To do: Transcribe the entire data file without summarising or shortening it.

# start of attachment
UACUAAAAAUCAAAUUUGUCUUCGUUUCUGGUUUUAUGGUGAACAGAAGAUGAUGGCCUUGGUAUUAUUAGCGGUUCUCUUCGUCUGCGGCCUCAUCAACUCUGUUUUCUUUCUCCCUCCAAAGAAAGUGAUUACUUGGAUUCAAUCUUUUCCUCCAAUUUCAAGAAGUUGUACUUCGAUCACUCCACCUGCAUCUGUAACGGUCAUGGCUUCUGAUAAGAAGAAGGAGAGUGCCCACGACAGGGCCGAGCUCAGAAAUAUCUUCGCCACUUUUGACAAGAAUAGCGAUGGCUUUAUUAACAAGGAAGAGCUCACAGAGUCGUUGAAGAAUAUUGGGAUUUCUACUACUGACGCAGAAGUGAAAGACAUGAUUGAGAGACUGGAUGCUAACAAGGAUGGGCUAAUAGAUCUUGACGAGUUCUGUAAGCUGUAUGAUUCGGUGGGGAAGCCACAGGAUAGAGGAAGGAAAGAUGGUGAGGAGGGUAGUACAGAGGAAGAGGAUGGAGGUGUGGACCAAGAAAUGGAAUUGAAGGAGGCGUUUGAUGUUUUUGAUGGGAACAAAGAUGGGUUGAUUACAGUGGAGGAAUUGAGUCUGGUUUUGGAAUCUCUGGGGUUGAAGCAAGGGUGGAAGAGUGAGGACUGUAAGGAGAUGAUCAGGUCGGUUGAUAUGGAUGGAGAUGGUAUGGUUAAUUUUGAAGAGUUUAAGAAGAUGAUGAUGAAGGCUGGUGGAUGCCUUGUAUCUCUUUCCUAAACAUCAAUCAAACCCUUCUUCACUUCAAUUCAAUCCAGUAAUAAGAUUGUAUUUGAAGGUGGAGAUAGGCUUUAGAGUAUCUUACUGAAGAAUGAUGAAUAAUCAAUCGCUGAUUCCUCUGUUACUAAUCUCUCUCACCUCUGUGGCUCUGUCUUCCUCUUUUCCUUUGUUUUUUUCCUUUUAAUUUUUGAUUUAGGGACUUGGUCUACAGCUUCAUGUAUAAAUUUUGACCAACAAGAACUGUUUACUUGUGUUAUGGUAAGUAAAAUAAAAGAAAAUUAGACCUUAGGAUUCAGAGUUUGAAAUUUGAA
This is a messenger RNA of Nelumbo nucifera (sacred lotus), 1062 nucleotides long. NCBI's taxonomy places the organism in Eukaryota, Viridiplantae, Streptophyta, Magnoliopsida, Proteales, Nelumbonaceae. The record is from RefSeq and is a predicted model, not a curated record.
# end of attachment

UACUAAAAAUCAAAUUUGUCUUCGUUUCUGGUUUUAUGGUGAACAGAAGAUGAUGGCCUUGGUAUUAUUAGCGGUUCUCUUCGUCUGCGGCCUCAUCAACUCUGUUUUCUUUCUCCCUCCAAAGAAAGUGAUUACUUGGAUUCAAUCUUUUCCUCCAAUUUCAAGAAGUUGUACUUCGAUCACUCCACCUGCAUCUGUAACGGUCAUGGCUUCUGAUAAGAAGAAGGAGAGUGCCCACGACAGGGCCGAGCUCAGAAAUAUCUUCGCCACUUUUGACAAGAAUAGCGAUGGCUUUAUUAACAAGGAAGAGCUCACAGAGUCGUUGAAGAAUAUUGGGAUUUCUACUACUGACGCAGAAGUGAAAGACAUGAUUGAGAGACUGGAUGCUAACAAGGAUGGGCUAAUAGAUCUUGACGAGUUCUGUAAGCUGUAUGAUUCGGUGGGGAAGCCACAGGAUAGAGGAAGGAAAGAUGGUGAGGAGGGUAGUACAGAGGAAGAGGAUGGAGGUGUGGACCAAGAAAUGGAAUUGAAGGAGGCGUUUGAUGUUUUUGAUGGGAACAAAGAUGGGUUGAUUACAGUGGAGGAAUUGAGUCUGGUUUUGGAAUCUCUGGGGUUGAAGCAAGGGUGGAAGAGUGAGGACUGUAAGGAGAUGAUCAGGUCGGUUGAUAUGGAUGGAGAUGGUAUGGUUAAUUUUGAAGAGUUUAAGAAGAUGAUGAUGAAGGCUGGUGGAUGCCUUGUAUCUCUUUCCUAAACAUCAAUCAAACCCUUCUUCACUUCAAUUCAAUCCAGUAAUAAGAUUGUAUUUGAAGGUGGAGAUAGGCUUUAGAGUAUCUUACUGAAGAAUGAUGAAUAAUCAAUCGCUGAUUCCUCUGUUACUAAUCUCUCUCACCUCUGUGGCUCUGUCUUCCUCUUUUCCUUUGUUUUUUUCCUUUUAAUUUUUGAUUUAGGGACUUGGUCUACAGCUUCAUGUAUAAAUUUUGACCAACAAGAACUGUUUACUUGUGUUAUGGUAAGUAAAAUAAAAGAAAAUUAGACCUUAGGAUUCAGAGUUUGAAAUUUGAA
This is a messenger RNA of Nelumbo nucifera (sacred lotus), 1062 nucleotides long. NCBI's taxonomy places the organism in Eukaryota, Viridiplantae, Streptophyta, Magnoliopsida, Proteales, Nelumbonaceae. The record is from RefSeq and is a predicted model, not a curated record.